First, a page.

Ahead of her book launch, ‘Duty of Care: An Executive Guide for Corporate Boards in the Digital Era’, certified corporate director Alizabeth Calder is publishing a five-part blog series on IT World Canada examining 10 trends that will be shaping discussions in corporate boardrooms in 2020. Today is Part 3 of 5.
A trend is a movement; a shift in thinking or direction; a change in perspective. The key trends that will be impactful going into the next decade are not about technology – they are about what will be different for business.
Skills – Moving back to investing in training and development
Shortly after Y2K, the industry saw a shift toward the use of contingent labour forces, and that trend has continued. Moving into the next decade, two-thirds of technology leaders anticipate an extreme skills shortage, and yet 30 per cent of our human resources are still contingent on labour. The gap is a self-fulfilling prophecy.
Where the experienced practitioners get the opportunities those who are early in their careers continue to lack the experience they need to fill the next generation of positions. As we go toward the next decade, CIOs may need to go back to investing in talented people instead of fighting over the limited pool of talent available. We need to be more vigilant than ever about our investments in training.
According to CompTIA – The U.S.-based non-profit Computing Technology Industry Association – 40 per cent of IT professionals say they do not get the training they need. Time set aside for training is seen as time away from ‘real work’, and there is a continuing refrain of “if I train them, they will leave.” Consider, instead, what if I don’t train them and they stay?
AI – Moving to a continuum of immersive UX and zero UI
The trend in cognitive technology is a genuine transformation of the human/machine interface. Consider the data:
- 70 per cent of organizations using AI to enhance customer experience report a greater than 10 per cent improvement, according to CapGemini
- In one test, 27 per cent of consumers were not sure if their last customer experience was with a human or a chatbot, PwC says
- Facebook claims that facial recognition is now at a 97 per cent accuracy rate, Deloitte reports, which dramatically increases our ability to build processes that rely on it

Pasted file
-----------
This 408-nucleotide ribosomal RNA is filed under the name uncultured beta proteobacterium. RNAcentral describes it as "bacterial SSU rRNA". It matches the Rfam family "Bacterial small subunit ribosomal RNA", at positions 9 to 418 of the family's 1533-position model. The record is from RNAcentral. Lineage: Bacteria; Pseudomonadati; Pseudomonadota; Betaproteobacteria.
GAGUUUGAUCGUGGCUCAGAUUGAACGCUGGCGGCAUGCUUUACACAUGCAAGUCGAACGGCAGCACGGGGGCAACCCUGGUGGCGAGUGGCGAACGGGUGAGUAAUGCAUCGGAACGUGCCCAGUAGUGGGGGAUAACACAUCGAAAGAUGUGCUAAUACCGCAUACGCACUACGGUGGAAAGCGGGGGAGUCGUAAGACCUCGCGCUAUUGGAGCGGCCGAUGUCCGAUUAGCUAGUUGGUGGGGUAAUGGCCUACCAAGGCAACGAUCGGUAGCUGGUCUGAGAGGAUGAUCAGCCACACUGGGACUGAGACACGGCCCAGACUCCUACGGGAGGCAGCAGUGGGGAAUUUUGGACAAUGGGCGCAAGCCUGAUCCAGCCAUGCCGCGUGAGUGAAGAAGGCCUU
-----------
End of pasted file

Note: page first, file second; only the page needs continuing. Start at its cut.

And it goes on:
There are three very different levels of AI capability; ‘Assisted Intelligence’ (improves what we are already doing), ‘Augmented Intelligence’ (enables things that couldn’t otherwise be done) and ‘Autonomous Intelligence’ (lets systems act on their own). They are often discussed as discrete levels of capability but use cases show that it is, instead, a continuum.
Changes at the Assisted and Augmented Intelligence end of the spectrum are widely accepted. They represent most of the 1 + 1 = 3 business cases that support investments. The processes and requirements can be clearly understood. It is relatively easy to get buy-in to the outcomes. These are the “human-in-the-loop” solutions. This end of the continuum is enabled by the increasing elasticity, and we can expect to see more non-traditional applications. For example, the recruiting industry believes that by 2020 a quarter of companies will replace initial screening interviews with chatbots, according to CapGemini. Computers are adapting to their humans rather than the other way around.
At the other end of the continuum, the trend line for Autonomous Intelligence is less clear. According to PWC, as more autonomous devices are quietly listening for a call to action some 87 per cent of consumers have concerns about their privacy, according to PwC. Autonomous devices such as cars are evolving, but the human factor will be a barrier to full adoption. Innovators will feel more pressure from these fear-based human dynamics. The advantage we technologists have is that we have been through this battle before. Think of ATMs in the early 1980s – customer responses ranged from skeptical to hostile. Notable quotes included “at least the girl behind the window doesn’t die in the middle of helping me,” from Smithsonian Magazine.
CIOs who need to stay ahead of this trend may want to look at how resistance was tackled in early technology use-cases.